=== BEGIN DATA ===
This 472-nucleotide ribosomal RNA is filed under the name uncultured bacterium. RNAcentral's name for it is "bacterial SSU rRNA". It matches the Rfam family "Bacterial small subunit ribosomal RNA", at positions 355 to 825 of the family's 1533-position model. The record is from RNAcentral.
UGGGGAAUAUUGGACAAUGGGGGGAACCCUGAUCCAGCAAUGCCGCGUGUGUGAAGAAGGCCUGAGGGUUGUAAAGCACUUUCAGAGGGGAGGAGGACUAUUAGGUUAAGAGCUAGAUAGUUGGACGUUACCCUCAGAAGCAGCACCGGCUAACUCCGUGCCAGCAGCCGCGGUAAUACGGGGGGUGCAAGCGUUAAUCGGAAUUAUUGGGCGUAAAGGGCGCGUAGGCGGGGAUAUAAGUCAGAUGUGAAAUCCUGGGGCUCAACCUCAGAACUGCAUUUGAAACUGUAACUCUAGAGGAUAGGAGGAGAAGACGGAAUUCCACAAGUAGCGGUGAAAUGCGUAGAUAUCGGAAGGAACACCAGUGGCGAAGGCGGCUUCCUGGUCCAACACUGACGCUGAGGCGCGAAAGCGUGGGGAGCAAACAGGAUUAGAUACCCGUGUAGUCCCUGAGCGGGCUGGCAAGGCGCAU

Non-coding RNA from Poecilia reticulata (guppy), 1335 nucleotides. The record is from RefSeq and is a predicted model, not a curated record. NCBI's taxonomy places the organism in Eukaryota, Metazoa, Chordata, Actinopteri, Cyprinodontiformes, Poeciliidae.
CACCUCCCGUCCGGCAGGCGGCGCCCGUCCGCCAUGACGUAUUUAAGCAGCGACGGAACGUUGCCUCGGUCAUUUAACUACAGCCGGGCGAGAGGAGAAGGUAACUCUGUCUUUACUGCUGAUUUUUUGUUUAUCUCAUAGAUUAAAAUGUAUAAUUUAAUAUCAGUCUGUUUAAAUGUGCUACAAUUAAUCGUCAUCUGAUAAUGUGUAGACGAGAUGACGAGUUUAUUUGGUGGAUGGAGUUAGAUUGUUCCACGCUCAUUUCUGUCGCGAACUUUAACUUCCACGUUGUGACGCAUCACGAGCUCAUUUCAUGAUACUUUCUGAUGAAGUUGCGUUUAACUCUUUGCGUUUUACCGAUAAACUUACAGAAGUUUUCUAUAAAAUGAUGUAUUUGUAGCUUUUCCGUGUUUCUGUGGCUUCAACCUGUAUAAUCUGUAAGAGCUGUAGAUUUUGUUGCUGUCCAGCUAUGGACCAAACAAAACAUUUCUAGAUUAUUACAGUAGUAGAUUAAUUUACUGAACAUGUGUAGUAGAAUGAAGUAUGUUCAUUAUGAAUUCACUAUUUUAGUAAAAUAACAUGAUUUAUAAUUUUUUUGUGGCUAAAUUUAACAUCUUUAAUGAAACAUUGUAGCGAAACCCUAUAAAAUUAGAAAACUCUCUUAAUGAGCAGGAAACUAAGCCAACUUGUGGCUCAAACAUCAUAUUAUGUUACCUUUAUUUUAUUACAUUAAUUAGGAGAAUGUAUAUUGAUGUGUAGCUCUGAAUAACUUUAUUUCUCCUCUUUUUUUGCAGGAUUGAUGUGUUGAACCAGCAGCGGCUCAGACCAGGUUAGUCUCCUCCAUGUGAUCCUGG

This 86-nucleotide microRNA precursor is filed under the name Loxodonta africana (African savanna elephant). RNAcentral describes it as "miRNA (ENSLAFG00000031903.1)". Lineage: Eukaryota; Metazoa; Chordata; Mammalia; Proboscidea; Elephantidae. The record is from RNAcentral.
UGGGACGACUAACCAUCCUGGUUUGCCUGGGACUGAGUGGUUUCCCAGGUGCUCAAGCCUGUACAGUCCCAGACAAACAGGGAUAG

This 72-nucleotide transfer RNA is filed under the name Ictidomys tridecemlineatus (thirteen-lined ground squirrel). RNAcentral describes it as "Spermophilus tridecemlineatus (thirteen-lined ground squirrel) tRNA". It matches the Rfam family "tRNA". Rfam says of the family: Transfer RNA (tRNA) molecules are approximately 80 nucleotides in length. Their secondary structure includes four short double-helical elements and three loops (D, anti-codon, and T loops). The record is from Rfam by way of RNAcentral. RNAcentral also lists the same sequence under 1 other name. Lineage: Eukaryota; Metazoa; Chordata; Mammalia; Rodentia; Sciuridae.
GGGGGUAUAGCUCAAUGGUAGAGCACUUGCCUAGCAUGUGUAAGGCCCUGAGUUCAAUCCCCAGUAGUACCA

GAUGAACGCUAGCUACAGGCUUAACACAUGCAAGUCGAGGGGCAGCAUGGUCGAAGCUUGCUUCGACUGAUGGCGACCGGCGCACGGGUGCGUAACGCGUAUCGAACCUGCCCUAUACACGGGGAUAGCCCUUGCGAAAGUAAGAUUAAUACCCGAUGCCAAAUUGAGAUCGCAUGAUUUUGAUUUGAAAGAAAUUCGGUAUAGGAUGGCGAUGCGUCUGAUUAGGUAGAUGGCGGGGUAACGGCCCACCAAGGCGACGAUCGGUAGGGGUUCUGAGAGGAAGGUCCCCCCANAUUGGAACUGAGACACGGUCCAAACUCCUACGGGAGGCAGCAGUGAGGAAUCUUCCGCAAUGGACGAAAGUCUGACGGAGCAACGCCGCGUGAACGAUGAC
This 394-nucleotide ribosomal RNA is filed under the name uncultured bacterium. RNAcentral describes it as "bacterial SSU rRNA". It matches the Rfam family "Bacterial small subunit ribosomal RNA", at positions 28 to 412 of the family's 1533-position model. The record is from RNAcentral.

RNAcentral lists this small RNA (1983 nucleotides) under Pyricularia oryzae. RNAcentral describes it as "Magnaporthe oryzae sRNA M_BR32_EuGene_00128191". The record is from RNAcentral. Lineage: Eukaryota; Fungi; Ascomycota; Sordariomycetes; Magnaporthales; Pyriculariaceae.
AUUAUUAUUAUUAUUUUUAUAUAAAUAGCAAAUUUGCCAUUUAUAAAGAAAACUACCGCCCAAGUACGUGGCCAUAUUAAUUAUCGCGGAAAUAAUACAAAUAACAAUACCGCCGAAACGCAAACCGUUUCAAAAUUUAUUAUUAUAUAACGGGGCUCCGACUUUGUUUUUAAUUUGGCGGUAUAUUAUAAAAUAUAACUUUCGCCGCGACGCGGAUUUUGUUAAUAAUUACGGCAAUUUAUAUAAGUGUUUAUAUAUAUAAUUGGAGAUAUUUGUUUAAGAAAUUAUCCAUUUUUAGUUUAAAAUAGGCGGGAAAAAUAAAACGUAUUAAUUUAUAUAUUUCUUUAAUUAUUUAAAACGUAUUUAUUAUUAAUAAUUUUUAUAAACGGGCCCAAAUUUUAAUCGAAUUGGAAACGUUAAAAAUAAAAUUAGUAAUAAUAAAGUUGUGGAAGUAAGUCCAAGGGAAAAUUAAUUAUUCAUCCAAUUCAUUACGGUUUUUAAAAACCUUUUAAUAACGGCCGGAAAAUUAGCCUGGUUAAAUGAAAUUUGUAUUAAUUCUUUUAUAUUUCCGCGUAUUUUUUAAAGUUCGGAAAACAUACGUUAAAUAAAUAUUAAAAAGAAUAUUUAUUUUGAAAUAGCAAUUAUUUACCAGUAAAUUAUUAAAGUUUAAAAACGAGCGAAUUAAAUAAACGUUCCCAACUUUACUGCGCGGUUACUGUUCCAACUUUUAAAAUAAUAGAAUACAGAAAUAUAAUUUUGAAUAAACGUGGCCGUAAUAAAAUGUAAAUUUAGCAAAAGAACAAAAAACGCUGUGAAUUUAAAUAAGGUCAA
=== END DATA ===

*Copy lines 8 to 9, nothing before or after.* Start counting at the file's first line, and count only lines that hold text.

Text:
GGGGGUAUAGCUCAAUGGUAGAGCACUUGCCUAGCAUGUGUAAGGCCCUGAGUUCAAUCCCCAGUAGUACCA

GAUGAACGCUAGCUACAGGCUUAACACAUGCAAGUCGAGGGGCAGCAUGGUCGAAGCUUGCUUCGACUGAUGGCGACCGGCGCACGGGUGCGUAACGCGUAUCGAACCUGCCCUAUACACGGGGAUAGCCCUUGCGAAAGUAAGAUUAAUACCCGAUGCCAAAUUGAGAUCGCAUGAUUUUGAUUUGAAAGAAAUUCGGUAUAGGAUGGCGAUGCGUCUGAUUAGGUAGAUGGCGGGGUAACGGCCCACCAAGGCGACGAUCGGUAGGGGUUCUGAGAGGAAGGUCCCCCCANAUUGGAACUGAGACACGGUCCAAACUCCUACGGGAGGCAGCAGUGAGGAAUCUUCCGCAAUGGACGAAAGUCUGACGGAGCAACGCCGCGUGAACGAUGAC